June 27, 2017

Who Do They Think They Are? Marketing To The Digital Natives

Ahead of his presentation at the Figaro Digital Marketing Conference on 20 July, we chatted to Chris Baldwin, Head of Marketing at Selligent, about what marketers should be doing to make sure their message appeals to the savviest digital consumers. From changing consumer behaviour, to attention-grabbing multi-channel communication, find out how this lucrative and open-minded consumer base understands the digital landscape, and what they expect from the brands they interact with.


Who Is The “Entitled Consumer?”

CB: “There is a new cohort of consumers becoming more prominent in the marketplace, who cannot be simply defined by their generation. Forget talking about millennials and Gen-Z. Consumer behaviour has changed drastically, and it transcends generational categorisation or gross generalisation.

“Digital innovation and a proliferation of channels has fundamentally altered the way we consume products, services – even marketing messages. These shifts have created an environment whereby consumers are hyper-connected and providing huge amounts of data to brands – more than 5,200 gigabytes per man, woman and child, according to IDC (2012). The acknowledgement of this data transfer, combined with disruptors in the marketplace and constantly raising expectations, has led to an environment where individual consumers feel ‘entitled’. By this, I mean that individuals are conditioned to expect hyper-personalised and relevant messages and offers. Failure to do so will damage a brand’s relationship with the consumer . Amplified by social media, we are in an era where users, not brands, wield unprecedented power.


 How has multichannel marketing changed the structure of the customer journey? What challenges does this cause?

CB: “Let’s make one thing clear, there is a huge difference between ‘multichannel’ and ‘omnichannel’. The first describes the ability for brands to communicate across a multitude of channels, from email, SMS, push notification, site, social and more. Omnichannel marketing is the ability to recognise individual consumers across these channels, in a unified profile to create a journey that is not fragmented or nonsensical, but fluid, integrated and informed. It allows marketers to communicate with relevance, in the moment, depending on an individual’s unique context.

“While there are unique challenges in creating a data model which allows for this unified customer profile – it is not impossible, and it does indeed exist today. Specific challenges which I hear about frequently include legacy systems, inflexible technology stacks, team structure and departmental KPIs. While these offer unashamed challenges, opportunity lies in the ability to tackle them head-on and become a disruptor.

“With increasing opt-out rates and lower engagement across the board, traditional marketing models need to change from being channel-centric to consumer-centric. Marketers need to enhance every customer-brand interaction by looking beyond individual touchpoints, to create a holistic journey that focusses on the critical moments that have a huge impact on deepening customer relationships and creating loyalty. A new way of working is needed to engage the disengaged.”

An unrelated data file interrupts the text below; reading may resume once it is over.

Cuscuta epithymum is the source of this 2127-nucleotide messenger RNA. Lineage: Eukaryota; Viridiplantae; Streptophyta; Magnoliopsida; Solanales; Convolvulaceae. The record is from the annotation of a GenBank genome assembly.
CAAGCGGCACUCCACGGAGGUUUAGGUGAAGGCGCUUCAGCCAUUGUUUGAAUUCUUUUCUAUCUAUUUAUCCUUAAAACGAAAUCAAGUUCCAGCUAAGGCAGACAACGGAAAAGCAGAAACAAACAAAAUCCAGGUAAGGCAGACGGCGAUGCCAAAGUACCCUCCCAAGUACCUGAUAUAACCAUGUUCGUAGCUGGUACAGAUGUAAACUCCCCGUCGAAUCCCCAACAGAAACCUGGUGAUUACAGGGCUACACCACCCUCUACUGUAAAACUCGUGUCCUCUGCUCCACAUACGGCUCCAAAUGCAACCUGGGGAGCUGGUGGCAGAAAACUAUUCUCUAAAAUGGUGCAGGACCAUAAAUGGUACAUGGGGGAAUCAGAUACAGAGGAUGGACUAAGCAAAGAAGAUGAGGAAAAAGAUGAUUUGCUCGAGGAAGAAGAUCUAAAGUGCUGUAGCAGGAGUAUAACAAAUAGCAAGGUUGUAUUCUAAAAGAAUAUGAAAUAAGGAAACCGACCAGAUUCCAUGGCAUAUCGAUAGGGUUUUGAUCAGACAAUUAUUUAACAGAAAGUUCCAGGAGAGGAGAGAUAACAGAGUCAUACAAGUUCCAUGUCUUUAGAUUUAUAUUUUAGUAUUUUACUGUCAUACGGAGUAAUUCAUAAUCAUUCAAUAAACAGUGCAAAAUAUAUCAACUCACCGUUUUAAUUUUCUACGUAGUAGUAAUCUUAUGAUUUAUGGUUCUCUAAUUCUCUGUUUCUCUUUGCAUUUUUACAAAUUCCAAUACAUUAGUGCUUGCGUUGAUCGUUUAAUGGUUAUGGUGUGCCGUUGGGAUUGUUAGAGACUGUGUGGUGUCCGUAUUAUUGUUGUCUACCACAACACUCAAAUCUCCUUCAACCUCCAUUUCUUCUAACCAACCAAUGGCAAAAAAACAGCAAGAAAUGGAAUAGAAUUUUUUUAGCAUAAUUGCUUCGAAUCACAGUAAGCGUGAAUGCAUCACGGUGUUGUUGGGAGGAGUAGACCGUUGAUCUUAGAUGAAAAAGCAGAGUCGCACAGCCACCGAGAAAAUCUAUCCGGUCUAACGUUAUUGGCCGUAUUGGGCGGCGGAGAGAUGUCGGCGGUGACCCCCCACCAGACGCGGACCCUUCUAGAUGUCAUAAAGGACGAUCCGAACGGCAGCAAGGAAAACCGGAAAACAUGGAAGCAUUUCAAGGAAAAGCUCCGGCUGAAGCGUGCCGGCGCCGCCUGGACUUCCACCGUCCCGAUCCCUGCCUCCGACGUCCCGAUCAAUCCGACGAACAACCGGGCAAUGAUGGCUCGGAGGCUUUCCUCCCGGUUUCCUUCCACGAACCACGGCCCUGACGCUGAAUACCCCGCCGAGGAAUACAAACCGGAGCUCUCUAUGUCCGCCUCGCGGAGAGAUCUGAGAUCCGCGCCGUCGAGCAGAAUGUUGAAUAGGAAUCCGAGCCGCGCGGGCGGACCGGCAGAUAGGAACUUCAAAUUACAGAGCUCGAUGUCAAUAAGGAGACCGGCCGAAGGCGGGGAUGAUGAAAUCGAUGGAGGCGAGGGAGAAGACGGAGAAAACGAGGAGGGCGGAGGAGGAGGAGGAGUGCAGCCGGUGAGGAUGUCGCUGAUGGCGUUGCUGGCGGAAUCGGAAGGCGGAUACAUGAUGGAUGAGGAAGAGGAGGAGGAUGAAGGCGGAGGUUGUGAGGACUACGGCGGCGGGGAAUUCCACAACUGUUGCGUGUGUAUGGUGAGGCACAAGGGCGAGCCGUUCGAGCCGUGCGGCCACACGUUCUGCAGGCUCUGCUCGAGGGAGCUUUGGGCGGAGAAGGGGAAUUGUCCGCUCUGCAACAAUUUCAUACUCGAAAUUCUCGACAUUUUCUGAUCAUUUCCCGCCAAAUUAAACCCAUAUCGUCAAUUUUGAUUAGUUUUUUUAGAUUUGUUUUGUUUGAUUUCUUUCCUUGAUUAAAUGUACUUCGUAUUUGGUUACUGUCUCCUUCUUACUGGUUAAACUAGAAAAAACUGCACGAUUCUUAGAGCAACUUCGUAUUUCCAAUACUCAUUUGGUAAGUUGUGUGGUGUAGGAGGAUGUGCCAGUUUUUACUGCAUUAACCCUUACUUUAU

What role does contextualisation play in a an omnichannel strategy? How will this help to cater for the “entitled consumer” mind-set?

CB: “The key to winning entitled consumers is to understand and act on personal data and use it to build marketing initiatives that create winning experiences. A Consumer-First approach to marketing is required. Contextual understanding of desires and preferences is a key aspect of consumer-first marketing, as it opens up new possibilities for merchants to deliver on needs through the smart use of data. It goes far beyond knowing who your customer is and where he is located.

“The aim is to continuously build out a rounded profile of your customer. This approach can include tracking behavioural data, transactional data, data from social media and much more. The key is to create and offer content that is both relevant and valuable for consumers – and where there is no fitting way to communicate, don’t. It is better to be silent than irrelevant.

“For marketers to rise to the challenge of meeting the expectations of the ‘entitled consumer’ – context is key. According to research recently carried out by Selligent, which involved canvassing the views of 108 senior marketing executives, 67 per cent of CMOs admitted to not taking advantage of contextual data and the technologies available. The research also showed that 81 per cent of marketing leaders are actually waiting for their competitors to make the first move! This is an astonishing number, but also means that agile and niche brands can take advantage of larger players’ inability to transform, to win market share and disrupt.

“In this era of shopper promiscuity, the battle for customer loyalty is fiercer than ever. CMOs need to embrace contextual marketing. It isn’t a fad; it’s a fundamental change in how marketers reach out and engage consumers throughout the customer lifecycle. It’s about a brand understanding the needs of a consumer in real-time, respecting their preferences and delivering value in that moment.  It’s the key to tackling today’s ‘entitled consumer’.”


Hear Chris and a whole host of other industry experts speak at the upcoming Figaro Digital Marketing Conference on 20 July. From the latest developments in AI to supercharging your content strategy, join us as we dive into discussion of the latest trends shaping the industry. Read the agenda, find out more about our speakers, and buy tickets here.